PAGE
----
Driven by the murder of Vanessa Guillen, the army will redesign resources for the victims

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The American-Statesman is in his second year of updating the US Army Spc. Vanessa Guillen. Journalist Heather Osbourne has been covering the Guillen case since the soldier’s disappearance in April 2020 and has investigated the toxic culture at Fort Hood which has sparked public outcry and called for reforms from the highest levels of government.

Triggered by the murder of Spc. Vanessa Guillen at Fort Hood last year, the U.S. military last week announced a one-year pilot program at seven military facilities across the country to provide more resources and support to victims of sex crimes among soldiers .

As part of the planned overhaul of its Sexual Harassment / Assault Response and Prevention Program (SHARP), the military plans to create a “fusion directorate” at each post that will bring together victim advocates, medical teams. , investigators and legal teams in one building. .

Following:Vanessa Guillen’s family call for more responsibility in military handling of Fort Hood soldier’s case

Fort Sill in Oklahoma, Fort Riley in Kansas, Fort Irwin in California, Fort Bragg in North Carolina, Schofield Barracks in Hawaii and Aberdeen Proving Ground in Maryland will be part of the pilot program. The Army Reserve will pilot a virtual fusion branch for the 99th Readiness Division in New Jersey.

Army Col. Erica Cameron, chief of Operation People First and the SHARP overhaul task force, said Fort Hood will not be part of the pilot because so many changes are already underway at the central post. from Texas.

The SHARP program came under scrutiny last year after Guillen’s family revealed the 20-year-old told them she was being sexually harassed by at least one person in Fort Hood des months before his death.

In the wake of the Guillen affair, investigators were called in last year to take a close look at the way Fort Hood executives are handling the facility. They found that the SHARP program was to blame for the mismanagement of some cases of sexual misconduct.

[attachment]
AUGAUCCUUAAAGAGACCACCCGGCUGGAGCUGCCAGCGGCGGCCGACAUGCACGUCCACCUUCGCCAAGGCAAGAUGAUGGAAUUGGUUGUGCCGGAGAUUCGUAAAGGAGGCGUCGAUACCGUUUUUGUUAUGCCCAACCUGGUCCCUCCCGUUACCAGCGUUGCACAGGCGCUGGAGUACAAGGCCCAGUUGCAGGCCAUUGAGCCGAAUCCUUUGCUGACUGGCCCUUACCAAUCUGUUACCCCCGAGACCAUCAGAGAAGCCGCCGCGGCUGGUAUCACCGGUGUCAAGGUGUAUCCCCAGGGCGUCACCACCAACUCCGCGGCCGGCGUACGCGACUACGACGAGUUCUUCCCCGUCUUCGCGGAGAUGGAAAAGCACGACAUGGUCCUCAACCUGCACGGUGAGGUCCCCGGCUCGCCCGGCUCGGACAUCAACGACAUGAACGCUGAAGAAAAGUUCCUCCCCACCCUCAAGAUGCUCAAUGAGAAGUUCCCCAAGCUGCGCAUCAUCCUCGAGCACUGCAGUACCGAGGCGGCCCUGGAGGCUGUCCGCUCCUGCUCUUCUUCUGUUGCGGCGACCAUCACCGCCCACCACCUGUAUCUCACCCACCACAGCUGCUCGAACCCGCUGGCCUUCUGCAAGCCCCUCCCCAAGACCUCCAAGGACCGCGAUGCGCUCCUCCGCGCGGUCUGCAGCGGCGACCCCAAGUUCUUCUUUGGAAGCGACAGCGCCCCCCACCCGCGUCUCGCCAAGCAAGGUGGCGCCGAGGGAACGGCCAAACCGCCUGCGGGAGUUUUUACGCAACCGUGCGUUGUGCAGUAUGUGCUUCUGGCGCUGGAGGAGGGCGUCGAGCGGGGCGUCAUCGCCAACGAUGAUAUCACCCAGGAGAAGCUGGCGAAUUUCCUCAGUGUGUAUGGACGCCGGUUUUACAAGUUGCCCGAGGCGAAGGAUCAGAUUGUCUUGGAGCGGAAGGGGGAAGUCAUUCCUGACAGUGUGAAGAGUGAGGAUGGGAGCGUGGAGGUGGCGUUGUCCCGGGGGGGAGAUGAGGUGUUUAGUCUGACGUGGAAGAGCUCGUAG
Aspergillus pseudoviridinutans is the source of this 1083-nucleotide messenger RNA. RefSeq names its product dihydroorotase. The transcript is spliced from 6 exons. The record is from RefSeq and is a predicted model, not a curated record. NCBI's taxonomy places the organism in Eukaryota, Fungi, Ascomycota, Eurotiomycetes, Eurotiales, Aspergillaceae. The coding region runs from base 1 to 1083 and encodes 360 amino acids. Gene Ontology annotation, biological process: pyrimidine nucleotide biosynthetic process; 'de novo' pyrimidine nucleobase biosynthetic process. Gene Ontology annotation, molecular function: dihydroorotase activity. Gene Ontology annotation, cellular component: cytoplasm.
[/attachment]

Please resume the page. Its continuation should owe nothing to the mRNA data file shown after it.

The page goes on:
Fort Hood Independent Review Committee investigators said earlier this year that the post’s SHARP executives told them during their interviews in the summer of 2020 that three in four female soldiers between the ages of 18 and 23 were sexually assaulted or harassed within 8 months of being stationed at Fort Hood.

Investigators said it appeared the SHARP program not only succeeded in protecting soldiers in the summer when the investigation began, but also neglected their duties dating back to 2013. Investigators, during their testimony to Congress in March said SHARP was one of many failing systems, which included the US Army Criminal Investigations Command (CID).

SHARP and CID were found to be run by a small team at Fort Hood, the majority of those in inexperienced positions to handle the complexity of investigations and cases, investigators said.

Now in the SHARP redesign phase, Cameron said the pilot program will make better use of buildings already reserved for the program when it is not operating efficiently.

The pilot program will be very similar to policies already in place under SHARP, but will simply add more personnel to the building so that soldiers can receive assistance from multiple agencies at once, providing a greater opportunity to speak. to defenders outside their chain of command.

Following:Fort Hood Army investigators lacked experience in dealing with post crimes, surveillance team says

“It didn’t look exactly like the merger direction we’re looking at for this pilot,” Cameron said, comparing it to other SHARP buildings put in place in the past. “In many of these cases, they did not have any direct on-site support from the CID, legal, etc.